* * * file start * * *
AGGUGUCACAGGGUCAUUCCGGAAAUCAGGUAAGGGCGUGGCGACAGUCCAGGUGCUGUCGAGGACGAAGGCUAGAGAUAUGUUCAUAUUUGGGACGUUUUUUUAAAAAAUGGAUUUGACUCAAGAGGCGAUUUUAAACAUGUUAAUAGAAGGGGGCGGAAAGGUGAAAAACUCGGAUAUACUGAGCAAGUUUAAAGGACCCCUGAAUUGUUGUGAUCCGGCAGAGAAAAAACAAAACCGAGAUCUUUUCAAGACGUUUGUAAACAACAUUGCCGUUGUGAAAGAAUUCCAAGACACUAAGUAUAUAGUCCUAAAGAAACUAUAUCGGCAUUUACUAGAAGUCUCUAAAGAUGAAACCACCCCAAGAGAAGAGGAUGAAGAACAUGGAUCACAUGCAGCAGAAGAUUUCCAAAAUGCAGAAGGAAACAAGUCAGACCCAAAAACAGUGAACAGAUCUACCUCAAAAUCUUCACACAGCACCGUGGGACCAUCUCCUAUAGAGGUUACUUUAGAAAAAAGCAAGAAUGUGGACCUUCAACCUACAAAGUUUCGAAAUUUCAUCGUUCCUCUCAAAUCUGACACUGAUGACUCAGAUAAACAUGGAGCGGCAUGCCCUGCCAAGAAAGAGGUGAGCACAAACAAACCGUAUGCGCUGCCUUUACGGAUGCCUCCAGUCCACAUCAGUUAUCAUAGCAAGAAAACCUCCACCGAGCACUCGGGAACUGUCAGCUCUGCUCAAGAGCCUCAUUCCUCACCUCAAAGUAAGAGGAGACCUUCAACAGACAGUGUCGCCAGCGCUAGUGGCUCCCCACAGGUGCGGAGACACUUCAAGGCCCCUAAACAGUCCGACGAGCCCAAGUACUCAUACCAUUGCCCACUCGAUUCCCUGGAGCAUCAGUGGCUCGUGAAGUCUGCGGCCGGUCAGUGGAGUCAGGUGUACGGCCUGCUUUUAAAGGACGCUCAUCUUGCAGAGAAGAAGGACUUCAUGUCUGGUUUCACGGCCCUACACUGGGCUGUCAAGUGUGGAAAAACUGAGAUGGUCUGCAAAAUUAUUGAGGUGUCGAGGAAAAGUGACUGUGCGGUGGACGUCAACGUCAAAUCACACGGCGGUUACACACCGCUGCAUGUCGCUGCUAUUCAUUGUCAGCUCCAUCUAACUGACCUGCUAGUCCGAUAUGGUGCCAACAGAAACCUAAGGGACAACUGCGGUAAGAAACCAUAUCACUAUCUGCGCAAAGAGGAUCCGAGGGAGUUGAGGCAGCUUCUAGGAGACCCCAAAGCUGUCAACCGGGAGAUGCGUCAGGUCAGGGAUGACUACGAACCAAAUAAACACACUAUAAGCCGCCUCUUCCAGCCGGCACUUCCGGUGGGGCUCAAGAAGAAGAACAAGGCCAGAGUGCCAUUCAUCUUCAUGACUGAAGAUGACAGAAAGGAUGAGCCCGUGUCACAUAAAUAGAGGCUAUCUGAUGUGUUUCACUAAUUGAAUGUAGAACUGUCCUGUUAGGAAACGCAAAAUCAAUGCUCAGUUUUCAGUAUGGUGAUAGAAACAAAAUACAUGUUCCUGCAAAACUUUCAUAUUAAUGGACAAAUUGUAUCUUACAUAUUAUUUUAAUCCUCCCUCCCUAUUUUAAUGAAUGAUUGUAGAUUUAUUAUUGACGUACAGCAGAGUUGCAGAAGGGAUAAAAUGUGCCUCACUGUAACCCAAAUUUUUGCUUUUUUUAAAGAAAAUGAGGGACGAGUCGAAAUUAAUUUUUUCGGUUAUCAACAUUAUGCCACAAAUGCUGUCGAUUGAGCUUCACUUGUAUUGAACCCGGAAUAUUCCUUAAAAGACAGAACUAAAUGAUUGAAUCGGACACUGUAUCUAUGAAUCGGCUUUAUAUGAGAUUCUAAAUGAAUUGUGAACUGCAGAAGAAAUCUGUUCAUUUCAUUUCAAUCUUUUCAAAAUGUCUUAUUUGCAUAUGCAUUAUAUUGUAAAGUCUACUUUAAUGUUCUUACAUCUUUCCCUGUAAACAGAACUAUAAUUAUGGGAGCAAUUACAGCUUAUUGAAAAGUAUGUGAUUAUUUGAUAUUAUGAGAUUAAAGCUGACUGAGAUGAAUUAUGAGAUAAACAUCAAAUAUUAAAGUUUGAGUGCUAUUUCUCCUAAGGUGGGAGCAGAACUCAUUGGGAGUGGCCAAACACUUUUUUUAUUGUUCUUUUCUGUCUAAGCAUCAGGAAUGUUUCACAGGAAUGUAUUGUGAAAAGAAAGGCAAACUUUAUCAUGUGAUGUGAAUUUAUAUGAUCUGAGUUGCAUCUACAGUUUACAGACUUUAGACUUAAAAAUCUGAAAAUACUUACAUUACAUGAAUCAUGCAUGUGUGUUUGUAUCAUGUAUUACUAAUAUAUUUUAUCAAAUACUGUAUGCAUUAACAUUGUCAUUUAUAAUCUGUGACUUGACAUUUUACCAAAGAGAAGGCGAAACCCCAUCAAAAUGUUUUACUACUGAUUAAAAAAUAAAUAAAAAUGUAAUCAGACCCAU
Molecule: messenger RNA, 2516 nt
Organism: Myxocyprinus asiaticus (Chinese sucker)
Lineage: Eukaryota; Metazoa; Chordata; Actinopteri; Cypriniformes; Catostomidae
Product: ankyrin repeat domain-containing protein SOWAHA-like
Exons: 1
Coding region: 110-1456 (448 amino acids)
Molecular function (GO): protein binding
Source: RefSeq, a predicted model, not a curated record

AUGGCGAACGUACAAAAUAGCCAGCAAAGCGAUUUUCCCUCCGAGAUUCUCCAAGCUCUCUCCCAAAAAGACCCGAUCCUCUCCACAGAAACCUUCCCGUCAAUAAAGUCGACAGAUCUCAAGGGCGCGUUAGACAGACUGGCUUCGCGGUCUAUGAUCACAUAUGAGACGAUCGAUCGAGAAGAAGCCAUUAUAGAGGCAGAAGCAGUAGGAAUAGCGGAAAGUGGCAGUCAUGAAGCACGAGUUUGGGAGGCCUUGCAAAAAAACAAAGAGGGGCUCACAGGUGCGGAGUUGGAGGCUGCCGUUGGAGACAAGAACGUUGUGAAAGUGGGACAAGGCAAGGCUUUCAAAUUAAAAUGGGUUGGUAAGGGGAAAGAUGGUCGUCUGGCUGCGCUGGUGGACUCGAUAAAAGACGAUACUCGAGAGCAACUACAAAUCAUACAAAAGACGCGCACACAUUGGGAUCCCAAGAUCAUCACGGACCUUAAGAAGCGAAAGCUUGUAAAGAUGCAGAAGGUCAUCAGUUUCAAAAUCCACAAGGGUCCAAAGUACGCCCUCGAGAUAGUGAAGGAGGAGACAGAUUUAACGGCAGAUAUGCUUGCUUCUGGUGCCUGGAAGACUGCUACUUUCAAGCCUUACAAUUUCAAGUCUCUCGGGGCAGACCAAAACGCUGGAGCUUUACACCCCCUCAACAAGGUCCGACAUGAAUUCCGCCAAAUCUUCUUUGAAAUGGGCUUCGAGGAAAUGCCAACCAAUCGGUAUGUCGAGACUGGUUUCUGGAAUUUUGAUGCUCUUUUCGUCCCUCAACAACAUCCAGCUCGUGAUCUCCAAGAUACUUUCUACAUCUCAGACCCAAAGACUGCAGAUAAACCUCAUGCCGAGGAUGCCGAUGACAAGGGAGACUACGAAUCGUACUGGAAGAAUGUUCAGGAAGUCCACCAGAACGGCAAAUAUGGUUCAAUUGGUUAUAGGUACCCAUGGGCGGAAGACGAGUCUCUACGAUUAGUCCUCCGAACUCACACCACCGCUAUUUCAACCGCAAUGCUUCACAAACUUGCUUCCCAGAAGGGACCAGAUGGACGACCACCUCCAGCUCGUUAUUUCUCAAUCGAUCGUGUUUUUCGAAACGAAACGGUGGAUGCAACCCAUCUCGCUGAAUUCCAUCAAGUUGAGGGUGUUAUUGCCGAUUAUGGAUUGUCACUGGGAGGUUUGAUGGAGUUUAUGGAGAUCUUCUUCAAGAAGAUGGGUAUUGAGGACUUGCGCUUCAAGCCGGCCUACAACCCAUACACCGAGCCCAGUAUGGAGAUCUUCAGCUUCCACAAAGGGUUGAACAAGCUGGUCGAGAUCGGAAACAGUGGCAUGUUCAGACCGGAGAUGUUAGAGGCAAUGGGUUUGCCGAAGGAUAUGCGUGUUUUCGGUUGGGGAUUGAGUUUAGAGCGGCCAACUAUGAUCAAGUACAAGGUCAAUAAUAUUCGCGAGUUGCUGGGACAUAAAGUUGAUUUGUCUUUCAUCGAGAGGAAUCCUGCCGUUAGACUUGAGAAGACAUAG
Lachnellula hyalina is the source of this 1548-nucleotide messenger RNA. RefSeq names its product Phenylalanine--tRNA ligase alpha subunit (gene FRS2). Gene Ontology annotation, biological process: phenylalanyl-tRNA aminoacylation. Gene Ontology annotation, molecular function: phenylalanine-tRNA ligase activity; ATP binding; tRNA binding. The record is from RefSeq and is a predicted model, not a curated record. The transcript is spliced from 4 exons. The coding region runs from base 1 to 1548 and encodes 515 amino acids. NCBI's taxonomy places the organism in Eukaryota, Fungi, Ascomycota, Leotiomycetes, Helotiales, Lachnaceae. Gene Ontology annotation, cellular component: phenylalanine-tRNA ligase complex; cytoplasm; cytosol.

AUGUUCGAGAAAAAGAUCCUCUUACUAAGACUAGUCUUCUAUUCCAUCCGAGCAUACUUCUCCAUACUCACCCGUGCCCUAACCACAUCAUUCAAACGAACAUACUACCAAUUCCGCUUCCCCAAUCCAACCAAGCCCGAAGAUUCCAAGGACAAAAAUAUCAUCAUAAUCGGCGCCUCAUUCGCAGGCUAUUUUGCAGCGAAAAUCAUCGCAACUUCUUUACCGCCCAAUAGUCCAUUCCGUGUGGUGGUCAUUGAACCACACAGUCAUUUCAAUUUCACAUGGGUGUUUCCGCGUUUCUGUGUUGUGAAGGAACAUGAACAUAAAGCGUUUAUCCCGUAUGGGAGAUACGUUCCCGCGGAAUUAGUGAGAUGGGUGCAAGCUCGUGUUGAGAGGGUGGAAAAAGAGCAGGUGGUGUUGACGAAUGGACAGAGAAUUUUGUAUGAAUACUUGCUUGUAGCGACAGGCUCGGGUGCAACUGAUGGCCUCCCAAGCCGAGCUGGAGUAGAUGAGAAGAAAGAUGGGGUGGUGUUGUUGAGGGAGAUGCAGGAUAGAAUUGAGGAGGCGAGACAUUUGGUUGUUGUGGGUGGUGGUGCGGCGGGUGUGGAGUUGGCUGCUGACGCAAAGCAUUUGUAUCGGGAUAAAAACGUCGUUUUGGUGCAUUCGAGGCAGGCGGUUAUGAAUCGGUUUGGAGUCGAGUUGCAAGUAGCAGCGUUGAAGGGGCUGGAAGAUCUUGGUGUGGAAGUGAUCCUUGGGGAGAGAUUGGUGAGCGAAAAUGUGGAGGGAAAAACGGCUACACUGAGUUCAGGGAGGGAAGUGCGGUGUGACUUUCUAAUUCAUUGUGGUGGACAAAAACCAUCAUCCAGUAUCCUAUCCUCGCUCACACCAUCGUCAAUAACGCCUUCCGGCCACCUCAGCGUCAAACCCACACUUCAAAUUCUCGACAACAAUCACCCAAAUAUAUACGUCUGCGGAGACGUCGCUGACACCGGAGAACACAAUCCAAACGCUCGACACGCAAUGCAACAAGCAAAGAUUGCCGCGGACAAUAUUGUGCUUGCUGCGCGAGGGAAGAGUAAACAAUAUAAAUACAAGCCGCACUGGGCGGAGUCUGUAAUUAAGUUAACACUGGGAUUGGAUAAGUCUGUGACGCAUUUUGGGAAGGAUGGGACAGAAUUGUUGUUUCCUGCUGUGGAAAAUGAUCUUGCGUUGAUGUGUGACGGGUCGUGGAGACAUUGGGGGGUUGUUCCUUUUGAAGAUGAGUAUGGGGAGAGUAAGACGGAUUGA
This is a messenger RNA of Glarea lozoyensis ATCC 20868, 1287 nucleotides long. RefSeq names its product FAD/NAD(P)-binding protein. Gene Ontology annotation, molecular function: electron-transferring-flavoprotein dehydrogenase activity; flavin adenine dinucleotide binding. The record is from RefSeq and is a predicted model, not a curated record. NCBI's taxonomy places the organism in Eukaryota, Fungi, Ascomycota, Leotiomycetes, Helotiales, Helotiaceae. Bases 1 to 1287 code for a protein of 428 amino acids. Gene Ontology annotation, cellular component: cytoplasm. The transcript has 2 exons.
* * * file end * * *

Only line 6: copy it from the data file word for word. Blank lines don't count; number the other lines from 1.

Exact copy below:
Exons: 1